The money flies early in NFL free agency. The numbers are big and bold. Millions — easily more than $500 million in guaranteed money — are handed out within the first hours of the new league year.
However, when you sift through the numbers, it’s hard to see the value in some of these deals for the teams. And remember, the goal in free agency is finding value.
So which players were “steals” for their teams? Here are five deals that jumped out to me.
I was shocked when I saw this number wasn’t higher, because Bulaga has been a stalwart at right tackle for the Packers for years. Injury concerns could be why, as he missed 11 games in 2017 and two in 2018. Still, he’s been an outstanding pass protector, ranking near the top of all tackles in 2014, 2016 and 2018, which is impressive because Aaron Rodgers holds on to the ball forever.
Overall, including his run blocking, Bulaga was ranked 23rd by Pro Football Focus last season, and there’s no reason to think he won’t be ranked that high next season.
The steal for the Chargers is the contract, especially when you consider what the value of his performance should be. His average per season puts him at the bottom range of a quality NFL offensive tackle, regardless of position. When you look at some of the signings in this class — such as Jack Conklin getting $14 million per season and George Fant receiving nearly $10 million per season — this number becomes a bargain. The Chargers needed to desperately upgrade their offseason line and Bulaga, along with the addition of Trai Turner, is just that.
Emmanuel Sanders, WR, New Orleans Saints
Deal: 2 years, $16 million
The Saints have been missing a second receiving weapon for years now. Even with Michael Thomas emerging as the next great wide receiver in our league, there are moments in big games when the Saints needed just one more target for Drew Brees. Now, he’s in New Orleans.
The Saints got a playmaker like Sanders so “cheap” because the WR class in the 2020 draft is deep. Teams are passing on signing high-priced wide receivers, instead opting for a young one they can draft.
But Sanders can still be an impact player. He’s fast and he’s able to force defenses to pay attention to him. And when they do, he’s able to split a double team — like he did on third down late in the Super Bowl but was then overthrown by the quarterback.
Do not draft running backs in the first round and do not sign running backs to a “big” second contract. Gurley is a prime example of why in both cases.
Gurley had an MVP-worthy 2017 season, his first under Sean McVay. In 2018, even with a knee that bothered him down the stretch, Gurley still finished with 4.9 yards per carry. Last season, fighting through that bum knee, Gurley struggled and rushed for a career-low 857 yards. It’s worth mentioning the Rams’ offensive line was excellent in 2017 and 2018, and wasn’t as good last season.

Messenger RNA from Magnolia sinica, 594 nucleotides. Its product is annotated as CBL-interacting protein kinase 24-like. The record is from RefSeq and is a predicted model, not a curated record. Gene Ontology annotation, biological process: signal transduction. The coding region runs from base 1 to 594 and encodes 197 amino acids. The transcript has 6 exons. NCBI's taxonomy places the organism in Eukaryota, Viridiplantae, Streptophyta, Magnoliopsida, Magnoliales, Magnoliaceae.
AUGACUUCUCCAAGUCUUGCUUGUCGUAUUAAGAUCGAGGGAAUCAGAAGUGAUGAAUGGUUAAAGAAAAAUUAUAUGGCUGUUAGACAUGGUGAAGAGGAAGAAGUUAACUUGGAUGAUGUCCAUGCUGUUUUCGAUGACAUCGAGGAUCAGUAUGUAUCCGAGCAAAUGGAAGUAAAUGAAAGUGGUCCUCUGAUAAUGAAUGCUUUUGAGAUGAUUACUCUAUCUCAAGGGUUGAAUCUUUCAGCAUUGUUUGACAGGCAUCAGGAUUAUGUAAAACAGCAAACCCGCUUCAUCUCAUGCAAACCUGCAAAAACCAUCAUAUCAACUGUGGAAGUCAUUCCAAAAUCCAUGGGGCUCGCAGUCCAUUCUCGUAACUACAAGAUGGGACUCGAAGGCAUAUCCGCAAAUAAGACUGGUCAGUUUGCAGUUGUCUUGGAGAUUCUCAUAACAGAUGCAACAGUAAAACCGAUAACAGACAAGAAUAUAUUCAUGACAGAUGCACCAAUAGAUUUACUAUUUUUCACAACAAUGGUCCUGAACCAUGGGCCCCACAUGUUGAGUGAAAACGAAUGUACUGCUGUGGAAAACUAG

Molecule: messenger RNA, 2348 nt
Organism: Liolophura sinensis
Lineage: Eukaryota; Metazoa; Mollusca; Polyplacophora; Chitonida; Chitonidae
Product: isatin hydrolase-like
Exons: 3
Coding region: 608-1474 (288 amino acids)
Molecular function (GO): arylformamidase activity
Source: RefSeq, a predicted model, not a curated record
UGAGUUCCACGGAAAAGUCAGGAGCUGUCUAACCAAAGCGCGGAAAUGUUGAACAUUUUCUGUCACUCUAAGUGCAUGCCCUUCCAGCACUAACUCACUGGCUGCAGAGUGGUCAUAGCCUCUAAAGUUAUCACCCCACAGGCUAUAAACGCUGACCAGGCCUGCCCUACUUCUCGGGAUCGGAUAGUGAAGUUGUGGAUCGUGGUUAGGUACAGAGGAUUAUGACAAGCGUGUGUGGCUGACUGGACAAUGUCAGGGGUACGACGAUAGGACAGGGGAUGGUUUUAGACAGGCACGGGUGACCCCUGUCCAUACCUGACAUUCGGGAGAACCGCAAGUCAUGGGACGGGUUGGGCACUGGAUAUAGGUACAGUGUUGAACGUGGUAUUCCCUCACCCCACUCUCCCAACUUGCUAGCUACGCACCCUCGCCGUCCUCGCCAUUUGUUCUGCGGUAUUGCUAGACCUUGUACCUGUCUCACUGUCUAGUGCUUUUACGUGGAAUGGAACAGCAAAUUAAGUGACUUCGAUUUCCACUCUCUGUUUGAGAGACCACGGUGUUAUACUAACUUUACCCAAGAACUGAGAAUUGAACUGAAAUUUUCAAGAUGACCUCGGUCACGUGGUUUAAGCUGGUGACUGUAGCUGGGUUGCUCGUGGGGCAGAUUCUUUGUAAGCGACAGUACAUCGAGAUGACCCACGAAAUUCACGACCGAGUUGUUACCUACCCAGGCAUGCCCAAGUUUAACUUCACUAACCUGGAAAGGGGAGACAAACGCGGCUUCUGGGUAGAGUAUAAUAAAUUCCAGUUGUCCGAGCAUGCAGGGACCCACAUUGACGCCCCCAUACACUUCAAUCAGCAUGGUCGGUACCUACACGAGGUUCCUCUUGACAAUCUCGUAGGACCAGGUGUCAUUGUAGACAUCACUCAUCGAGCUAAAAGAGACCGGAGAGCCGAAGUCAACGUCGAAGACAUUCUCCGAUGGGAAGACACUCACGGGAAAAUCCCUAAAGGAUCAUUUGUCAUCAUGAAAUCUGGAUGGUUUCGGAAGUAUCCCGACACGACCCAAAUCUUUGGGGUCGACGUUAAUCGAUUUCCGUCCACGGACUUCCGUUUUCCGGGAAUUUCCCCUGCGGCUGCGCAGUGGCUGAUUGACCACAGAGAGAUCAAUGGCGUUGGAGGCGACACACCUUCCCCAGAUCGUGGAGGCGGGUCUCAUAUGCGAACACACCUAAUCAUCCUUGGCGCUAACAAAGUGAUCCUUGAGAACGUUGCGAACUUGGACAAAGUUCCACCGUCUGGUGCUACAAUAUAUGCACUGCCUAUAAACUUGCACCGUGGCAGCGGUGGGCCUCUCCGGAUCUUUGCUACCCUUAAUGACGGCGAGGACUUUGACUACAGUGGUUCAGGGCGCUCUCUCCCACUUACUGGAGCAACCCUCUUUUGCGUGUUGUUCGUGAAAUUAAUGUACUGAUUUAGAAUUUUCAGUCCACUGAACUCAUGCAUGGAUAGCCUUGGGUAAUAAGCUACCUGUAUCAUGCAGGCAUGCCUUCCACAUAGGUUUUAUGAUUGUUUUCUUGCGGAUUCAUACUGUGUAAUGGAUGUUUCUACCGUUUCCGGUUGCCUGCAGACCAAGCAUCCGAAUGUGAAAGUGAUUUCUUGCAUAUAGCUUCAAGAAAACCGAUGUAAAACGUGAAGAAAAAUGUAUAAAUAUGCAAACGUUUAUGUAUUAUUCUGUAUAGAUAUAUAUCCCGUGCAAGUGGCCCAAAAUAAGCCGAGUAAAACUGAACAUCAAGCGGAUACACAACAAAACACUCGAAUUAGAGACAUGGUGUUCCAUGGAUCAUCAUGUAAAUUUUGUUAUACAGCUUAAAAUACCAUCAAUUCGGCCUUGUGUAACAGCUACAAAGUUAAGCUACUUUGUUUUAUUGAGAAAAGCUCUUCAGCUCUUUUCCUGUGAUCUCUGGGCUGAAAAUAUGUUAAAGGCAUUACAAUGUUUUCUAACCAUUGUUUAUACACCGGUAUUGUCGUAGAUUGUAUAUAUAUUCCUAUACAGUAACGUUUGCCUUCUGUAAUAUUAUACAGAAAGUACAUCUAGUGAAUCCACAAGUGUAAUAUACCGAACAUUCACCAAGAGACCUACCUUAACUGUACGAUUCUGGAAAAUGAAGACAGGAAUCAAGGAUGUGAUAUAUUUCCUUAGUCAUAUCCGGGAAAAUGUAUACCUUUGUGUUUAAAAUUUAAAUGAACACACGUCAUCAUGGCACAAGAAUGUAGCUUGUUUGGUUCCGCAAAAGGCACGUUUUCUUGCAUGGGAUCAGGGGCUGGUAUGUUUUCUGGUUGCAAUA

Atlanta has the makings of an above-average offensive line, but the Falcons are also an offense built to not rely on the run game. They have Matt Ryan, Julio Jones, Calvin Ridley, and now tight end Hayden Hurst. However, if Gurley is healthy, his contributions to this offense will be well worth over the $6 million he’s being paid.
Chris Harris Jr., CB, Los Angeles Chargers
Deal: 2 years, $17 million
According to Pro Football Focus, Chris Harris was graded as the third-highest cornerback last season, and now he’s making peanuts compared to his counterparts. Byron Jones — formerly of the Dallas Cowboys, now on the Miami Dolphins — got the richest cornerback deal at five years, $82.5 million. Then Darius Slay topped Jones‘ average (three years, $50 million) when he was traded from the Detroit Lions to the Philadelphia Eagles. Harris is making almost as much in two seasons as they are in one.
Harris is a four-time Pro Bowler and he brings a veteran presence to the Chargers. This is a fantastic deal.
Tom Brady, QB, Tampa Bay Buccaneers
Deal: 2 years, $50 million
This is a bargain of a contract, when you look at Philip Rivers and Drew Brees with the same average per season of $25 million. Ryan Tannehill, Jared Goff, and Kirk Cousins are all making significantly more than Brady.
I know what you’re going to say. “Tom Brady is too old.” Yes, he’ll be 43. Does he look 43? I don’t think so. He’s still moving fine. His arm is good enough. Now he’s got the weapons and a renewed sense of purpose. It’s a good deal for Tampa Bay.